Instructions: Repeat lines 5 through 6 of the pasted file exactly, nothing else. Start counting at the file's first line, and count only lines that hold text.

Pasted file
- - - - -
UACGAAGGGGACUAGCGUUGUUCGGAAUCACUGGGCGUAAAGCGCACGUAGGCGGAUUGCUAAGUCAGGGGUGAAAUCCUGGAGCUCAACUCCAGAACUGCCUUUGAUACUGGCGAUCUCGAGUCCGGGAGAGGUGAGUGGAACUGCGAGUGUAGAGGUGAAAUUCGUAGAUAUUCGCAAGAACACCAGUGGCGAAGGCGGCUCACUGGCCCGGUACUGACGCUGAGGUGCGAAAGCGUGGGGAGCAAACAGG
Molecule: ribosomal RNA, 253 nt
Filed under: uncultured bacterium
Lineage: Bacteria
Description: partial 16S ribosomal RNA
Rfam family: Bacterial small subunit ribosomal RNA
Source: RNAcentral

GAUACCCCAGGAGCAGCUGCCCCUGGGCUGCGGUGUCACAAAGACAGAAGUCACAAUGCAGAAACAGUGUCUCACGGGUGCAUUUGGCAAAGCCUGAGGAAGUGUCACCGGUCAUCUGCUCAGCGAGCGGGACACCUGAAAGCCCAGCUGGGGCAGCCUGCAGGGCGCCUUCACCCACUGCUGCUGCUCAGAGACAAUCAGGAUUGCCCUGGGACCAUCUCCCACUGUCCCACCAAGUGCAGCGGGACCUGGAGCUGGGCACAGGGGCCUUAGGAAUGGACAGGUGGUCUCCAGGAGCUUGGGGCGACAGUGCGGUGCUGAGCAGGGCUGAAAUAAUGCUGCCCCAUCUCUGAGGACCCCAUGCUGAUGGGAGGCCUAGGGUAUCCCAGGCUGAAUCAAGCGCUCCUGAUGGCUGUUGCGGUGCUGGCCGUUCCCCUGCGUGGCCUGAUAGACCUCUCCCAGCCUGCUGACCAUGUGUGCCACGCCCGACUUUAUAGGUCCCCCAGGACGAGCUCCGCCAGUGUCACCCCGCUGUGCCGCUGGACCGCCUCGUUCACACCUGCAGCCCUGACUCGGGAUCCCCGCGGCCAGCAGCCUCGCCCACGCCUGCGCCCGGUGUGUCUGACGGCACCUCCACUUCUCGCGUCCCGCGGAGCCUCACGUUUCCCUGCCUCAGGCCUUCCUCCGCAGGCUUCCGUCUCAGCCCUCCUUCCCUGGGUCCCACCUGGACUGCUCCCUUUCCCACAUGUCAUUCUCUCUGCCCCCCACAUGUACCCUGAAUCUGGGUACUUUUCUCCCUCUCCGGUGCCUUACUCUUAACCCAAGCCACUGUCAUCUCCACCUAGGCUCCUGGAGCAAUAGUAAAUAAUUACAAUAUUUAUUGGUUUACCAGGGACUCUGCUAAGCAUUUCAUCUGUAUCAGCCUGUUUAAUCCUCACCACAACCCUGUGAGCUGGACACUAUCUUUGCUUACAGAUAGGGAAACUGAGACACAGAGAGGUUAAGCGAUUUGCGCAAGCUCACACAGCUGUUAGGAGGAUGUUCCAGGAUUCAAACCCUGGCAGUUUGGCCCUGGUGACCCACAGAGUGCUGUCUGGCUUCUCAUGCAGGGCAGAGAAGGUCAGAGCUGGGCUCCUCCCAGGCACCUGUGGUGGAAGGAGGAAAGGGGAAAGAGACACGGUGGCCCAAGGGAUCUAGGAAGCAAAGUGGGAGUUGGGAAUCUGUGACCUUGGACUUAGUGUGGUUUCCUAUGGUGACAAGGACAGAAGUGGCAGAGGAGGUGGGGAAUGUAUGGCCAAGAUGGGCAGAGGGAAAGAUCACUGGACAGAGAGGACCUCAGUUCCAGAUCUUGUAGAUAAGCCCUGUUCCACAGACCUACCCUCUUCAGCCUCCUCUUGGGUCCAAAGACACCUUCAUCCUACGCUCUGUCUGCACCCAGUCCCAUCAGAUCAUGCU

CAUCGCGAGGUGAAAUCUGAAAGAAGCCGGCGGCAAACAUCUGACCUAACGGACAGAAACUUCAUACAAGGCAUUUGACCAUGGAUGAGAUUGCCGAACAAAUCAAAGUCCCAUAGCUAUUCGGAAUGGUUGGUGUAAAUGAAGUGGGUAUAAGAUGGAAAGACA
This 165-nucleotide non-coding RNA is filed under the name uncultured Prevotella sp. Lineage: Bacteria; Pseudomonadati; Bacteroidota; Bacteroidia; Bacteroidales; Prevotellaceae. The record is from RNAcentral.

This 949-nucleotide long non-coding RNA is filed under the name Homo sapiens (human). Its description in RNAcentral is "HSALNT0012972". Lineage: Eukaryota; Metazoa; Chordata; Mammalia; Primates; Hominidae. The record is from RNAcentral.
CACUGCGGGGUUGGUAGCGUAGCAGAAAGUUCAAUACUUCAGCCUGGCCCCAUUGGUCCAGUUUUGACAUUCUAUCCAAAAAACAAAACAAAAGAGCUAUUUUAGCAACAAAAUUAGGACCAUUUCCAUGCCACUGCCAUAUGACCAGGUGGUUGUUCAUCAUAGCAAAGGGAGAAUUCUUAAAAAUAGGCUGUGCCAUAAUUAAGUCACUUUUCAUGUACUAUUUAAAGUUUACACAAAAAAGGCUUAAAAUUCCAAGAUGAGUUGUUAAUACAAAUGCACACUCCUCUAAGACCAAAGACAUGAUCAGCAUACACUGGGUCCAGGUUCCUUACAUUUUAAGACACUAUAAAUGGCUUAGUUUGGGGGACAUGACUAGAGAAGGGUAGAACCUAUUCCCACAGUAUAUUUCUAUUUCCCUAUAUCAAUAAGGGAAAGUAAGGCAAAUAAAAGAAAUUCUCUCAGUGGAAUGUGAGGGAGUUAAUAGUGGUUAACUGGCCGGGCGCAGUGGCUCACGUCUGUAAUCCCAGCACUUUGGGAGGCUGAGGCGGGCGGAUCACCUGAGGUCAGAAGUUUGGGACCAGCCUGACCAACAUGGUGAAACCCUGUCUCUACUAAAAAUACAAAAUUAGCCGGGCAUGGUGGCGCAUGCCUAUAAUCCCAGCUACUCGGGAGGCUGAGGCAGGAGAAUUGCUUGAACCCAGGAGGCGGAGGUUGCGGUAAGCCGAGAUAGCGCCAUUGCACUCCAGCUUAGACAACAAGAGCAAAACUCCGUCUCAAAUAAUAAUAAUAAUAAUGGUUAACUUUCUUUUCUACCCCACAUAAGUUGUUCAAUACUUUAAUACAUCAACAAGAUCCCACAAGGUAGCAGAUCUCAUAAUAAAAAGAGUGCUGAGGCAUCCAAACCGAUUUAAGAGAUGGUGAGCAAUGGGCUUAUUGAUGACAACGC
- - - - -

Description: partial 16S ribosomal RNA
Rfam family: Bacterial small subunit ribosomal RNA